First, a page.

I’m about to head out for a two-week vacation, but here’s a heaping plate of science to tide you over. See you in September!
- Could camels have something to do with MERS? In a study of ruminants in Oman, Spain, the Netherlands, and Chile, all 50 Omanian camels tested carried evidence of having been exposed to the virus. But we can’t yet say whether camels actually carry and pass on the virus itself.
- You can read the ancient origins of India’s caste system in Indian’s genes. Just like you can also read the history of the people on of the Americas in Native American’s genes.
- It’s official: dead rats make for better brain MRI pictures than live ones.
- What do autism and cancer have in common? Apparently, in some cases, a gene called PTEN.
- Turns out you can learn a lot about human tumors by tinkering with fruit flies, even though we’er separated from them by 500 million years of evolution.
- Scientists studying bacteria called Pseudomonas aeruginosa evolve in a lab dish found that the microbes end up making a trade-off between rapid spread and strength in numbers. And they could watch it happen on video:
- It’s a case of mistaken identity: The first carnivore to be identified in the Western Hemisphere in 35 years — the olinguito — was actually found a century ago, but everyone thought it was its cousin, the olingo.
- Archeologists have found what they think is, at 160 million years old, the skeleton of the earliest example of a rodent yet discovered. They’ve named it Rugosodon eurasiaticus, with Rugosodon from the Latin for “wrinkly tooth.”
- Speaking of naming things, the International Astronomical Union, the body in charge of classifying and naming celestial objects, is turning to public comment for naming new things, like Neptune’s newest moon.
- When I read this news about the first images ever made of cancer-causing DNA damage as it happens, I kept getting this romantic image in my head of lovelorn DNA strands wandering through darkened streets of the nucleus pining for their lost partners.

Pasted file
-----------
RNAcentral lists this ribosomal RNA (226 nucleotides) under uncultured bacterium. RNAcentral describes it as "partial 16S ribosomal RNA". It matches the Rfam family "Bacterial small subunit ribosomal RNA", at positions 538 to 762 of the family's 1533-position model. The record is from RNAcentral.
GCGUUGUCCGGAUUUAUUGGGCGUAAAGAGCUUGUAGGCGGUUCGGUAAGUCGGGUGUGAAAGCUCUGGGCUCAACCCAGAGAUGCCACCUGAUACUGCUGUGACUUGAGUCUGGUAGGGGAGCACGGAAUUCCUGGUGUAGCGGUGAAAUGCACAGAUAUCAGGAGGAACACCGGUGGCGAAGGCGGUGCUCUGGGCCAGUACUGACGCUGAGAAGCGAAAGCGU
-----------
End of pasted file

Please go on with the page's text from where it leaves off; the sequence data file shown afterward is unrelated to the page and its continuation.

- This is the robotics workstation inside the cupola of the International Space Station. When I grow up, that’s what I want the command center of my spaceship to look like.
- How would you contain the leaking radioactive remnants of a nuclear reactor? If you were in Japan, and the reactor was the Fukushima one, you might consider a gigantic underground ice dam.
- Scientists at Yale have come up with a way to make brain cells literally light up while working. “By loading these [fluorescent] proteins into the brain of a fly and watching the insect under a microscope, [the researcher] could see its neurons firing as it responded to smells or fell asleep.”
- Bacteria found in the mouth can fuel the growth of tumors in the, um, rear.
- It was a two-fer week for rabies: Radiolab recorded a story about a controversial treatment that may save people infected with the virus, and Scientific American published a story calling for its eradication through dog vaccination.
- Apparently you can find a lot of bone-eating boneworms in the waters off Antarctica, but no wood-eating shipworms. The moral of this story? If you’re going to build a ship to take you to Antarctica, make sure the hull is made of wood, not bone. (Ok, that’s not really the moral.)
- Check out this video of a patch of lab-grown heart tissue beating on its own. It was made from human skin cells that were reprogrammed into stem cells and seeded onto a “scaffold” from a mouse heart stripped of its own cells. Now that’s science!